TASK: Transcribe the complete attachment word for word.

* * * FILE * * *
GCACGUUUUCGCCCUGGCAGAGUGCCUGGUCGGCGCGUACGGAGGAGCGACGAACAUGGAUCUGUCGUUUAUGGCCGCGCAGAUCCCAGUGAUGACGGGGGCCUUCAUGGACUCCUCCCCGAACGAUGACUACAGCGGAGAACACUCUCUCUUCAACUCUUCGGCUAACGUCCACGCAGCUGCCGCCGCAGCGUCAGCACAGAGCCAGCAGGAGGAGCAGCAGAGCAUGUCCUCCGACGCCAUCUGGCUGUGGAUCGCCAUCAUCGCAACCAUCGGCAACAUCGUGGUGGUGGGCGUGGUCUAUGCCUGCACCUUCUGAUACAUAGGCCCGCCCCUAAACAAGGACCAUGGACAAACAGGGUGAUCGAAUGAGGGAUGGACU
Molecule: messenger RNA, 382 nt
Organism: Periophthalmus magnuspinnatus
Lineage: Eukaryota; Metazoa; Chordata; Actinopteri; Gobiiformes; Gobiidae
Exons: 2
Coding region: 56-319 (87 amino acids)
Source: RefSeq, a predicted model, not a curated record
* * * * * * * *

GCACGUUUUCGCCCUGGCAGAGUGCCUGGUCGGCGCGUACGGAGGAGCGACGAACAUGGAUCUGUCGUUUAUGGCCGCGCAGAUCCCAGUGAUGACGGGGGCCUUCAUGGACUCCUCCCCGAACGAUGACUACAGCGGAGAACACUCUCUCUUCAACUCUUCGGCUAACGUCCACGCAGCUGCCGCCGCAGCGUCAGCACAGAGCCAGCAGGAGGAGCAGCAGAGCAUGUCCUCCGACGCCAUCUGGCUGUGGAUCGCCAUCAUCGCAACCAUCGGCAACAUCGUGGUGGUGGGCGUGGUCUAUGCCUGCACCUUCUGAUACAUAGGCCCGCCCCUAAACAAGGACCAUGGACAAACAGGGUGAUCGAAUGAGGGAUGGACU
Molecule: messenger RNA, 382 nt
Organism: Periophthalmus magnuspinnatus
Lineage: Eukaryota; Metazoa; Chordata; Actinopteri; Gobiiformes; Gobiidae
Exons: 2
Coding region: 56-319 (87 amino acids)
Source: RefSeq, a predicted model, not a curated record